The 2020 Minnesota Legislature will start its budget deliberations with a projected surplus of $1.332 billion, state officials announced Thursday.
Budget Commissioner Myron Frans credited the surplus to a better-than-expected finish to the last budget period, a rosier revenue forecast and a modest decrease in estimated spending. He said the extra revenue will also boost the state’s separate budget reserve — a cushion against economic downturns — to $2.359 billion.
Responding to Minnesota’s November Budget Forecast Minnesota AFL-CIO President Bill McCarthy issued the following statement:
“The November forecast is proof that progressive taxation, smart budgeting, and wise investments continues to keep Minnesota on strong fiscal ground.”
“Heading into next year’s legislative session, lawmakers should be focused on investing in priorities that improve life for working Minnesotans and their families. We applaud Governor Walz’s call for a robust bonding bill to protect and expand our state’s critical infrastructure. Lawmakers should leverage record low interest rates to pass as large of a bill as possible and create family sustaining jobs in communities across our state.”
Education Minnesota President Denise Specht released the following statements in response:
“One of the best investments of this larger-than-expected surplus is in a place Minnesotans clearly support—our public schools,” Specht said. “Once again, Minnesota citizens turned out in record numbers this fall to support local levies. They clearly understand the need to fund our schools. This surplus represents an opportunity for the state to invest in key initiatives that will improve learning conditions for our students.” Specht outlined specific ways some of the surplus could be invested:
- Expand training and encourage retention of Minnesota’s education support professionals, the educators who hold our schools together.
- Broaden access to full-service community schools, which are a proven way to help students achieve in school. This concept puts social, medical and before- and after-school academic services and enrichment activities where they are most accessible – on the school campus.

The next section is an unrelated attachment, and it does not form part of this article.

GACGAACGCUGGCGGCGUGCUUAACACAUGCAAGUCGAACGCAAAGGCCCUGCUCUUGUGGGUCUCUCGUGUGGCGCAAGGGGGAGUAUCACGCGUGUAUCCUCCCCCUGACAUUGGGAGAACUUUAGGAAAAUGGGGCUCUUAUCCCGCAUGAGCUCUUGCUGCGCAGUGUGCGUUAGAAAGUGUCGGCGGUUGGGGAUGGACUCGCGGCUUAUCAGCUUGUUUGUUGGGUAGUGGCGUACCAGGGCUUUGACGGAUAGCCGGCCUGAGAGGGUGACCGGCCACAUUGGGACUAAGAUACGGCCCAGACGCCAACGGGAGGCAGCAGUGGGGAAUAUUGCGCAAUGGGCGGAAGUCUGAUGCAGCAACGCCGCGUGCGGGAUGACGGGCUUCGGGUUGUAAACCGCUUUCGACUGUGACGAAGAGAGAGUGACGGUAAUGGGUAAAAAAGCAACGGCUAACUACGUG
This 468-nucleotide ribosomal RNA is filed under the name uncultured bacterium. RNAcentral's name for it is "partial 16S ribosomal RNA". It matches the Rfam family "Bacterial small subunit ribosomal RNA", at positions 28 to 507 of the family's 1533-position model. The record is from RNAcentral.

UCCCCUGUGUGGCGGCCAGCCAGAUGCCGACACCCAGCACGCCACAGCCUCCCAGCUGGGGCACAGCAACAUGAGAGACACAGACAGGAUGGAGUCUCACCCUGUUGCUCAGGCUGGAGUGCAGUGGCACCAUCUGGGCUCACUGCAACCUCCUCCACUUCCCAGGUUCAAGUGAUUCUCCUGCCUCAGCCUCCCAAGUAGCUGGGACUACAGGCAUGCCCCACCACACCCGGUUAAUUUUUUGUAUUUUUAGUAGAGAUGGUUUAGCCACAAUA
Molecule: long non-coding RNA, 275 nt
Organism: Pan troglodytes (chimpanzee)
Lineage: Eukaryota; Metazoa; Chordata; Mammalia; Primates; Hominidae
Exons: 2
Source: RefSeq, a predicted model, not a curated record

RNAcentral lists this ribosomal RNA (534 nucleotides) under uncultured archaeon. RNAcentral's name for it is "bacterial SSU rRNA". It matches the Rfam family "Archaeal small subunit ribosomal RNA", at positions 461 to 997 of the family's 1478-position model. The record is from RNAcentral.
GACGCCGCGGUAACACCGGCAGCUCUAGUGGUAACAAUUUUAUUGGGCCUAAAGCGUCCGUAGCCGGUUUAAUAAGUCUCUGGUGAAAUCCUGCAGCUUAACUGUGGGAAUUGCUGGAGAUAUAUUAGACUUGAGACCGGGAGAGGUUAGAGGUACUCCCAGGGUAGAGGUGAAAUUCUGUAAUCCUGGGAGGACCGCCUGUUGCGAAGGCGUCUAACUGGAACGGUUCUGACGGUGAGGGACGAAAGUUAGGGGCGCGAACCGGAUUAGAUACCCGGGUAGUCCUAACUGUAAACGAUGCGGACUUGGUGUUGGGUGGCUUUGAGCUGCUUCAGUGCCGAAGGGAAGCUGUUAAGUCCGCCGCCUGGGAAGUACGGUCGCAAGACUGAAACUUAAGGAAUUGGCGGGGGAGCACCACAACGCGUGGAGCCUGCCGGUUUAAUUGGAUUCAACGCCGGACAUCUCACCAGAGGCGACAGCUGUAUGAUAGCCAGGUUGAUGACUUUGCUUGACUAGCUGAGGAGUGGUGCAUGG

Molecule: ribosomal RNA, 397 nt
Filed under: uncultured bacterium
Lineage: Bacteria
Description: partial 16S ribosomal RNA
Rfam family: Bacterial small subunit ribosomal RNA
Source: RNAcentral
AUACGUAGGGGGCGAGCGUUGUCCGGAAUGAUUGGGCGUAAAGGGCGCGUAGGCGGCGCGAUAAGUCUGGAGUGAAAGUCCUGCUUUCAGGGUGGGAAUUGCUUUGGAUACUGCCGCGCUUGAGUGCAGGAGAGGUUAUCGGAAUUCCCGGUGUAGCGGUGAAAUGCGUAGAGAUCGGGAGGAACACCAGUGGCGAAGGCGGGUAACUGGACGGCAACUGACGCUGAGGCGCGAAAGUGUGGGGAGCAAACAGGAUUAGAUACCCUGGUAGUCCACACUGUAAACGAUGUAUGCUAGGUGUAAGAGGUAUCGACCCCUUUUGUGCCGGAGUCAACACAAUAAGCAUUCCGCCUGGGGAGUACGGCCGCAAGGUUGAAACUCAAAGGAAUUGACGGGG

- Fully fund the Teachers of Color Act, sponsored by the Coalition to Increase Teachers of Color and American Indian Teachers in Minnesota, which includes increasing starting salaries and creating loan forgiveness and mentorship programs.
- Strengthen mental health supports for our students, including restoring student support staff cuts, adding more counselors, social workers, psychologists, nurses and other job classifications back into our schools.
ED Minn argues that these investments represent a good first step toward fully funding our schools.
“The chronic underfunding of public education in Minnesota demands billions of dollars in new investments to guarantee every Minnesota student—no matter what they look like or where they live—has an equitable opportunity for a great education,” Specht said. “Even today’s strong forecast shows business, as usual, won’t be enough. The Legislature needs to raise the revenue from our state’s wealthiest individuals and most powerful corporations so we can properly invest in our students and prepare all of them for successful lives.”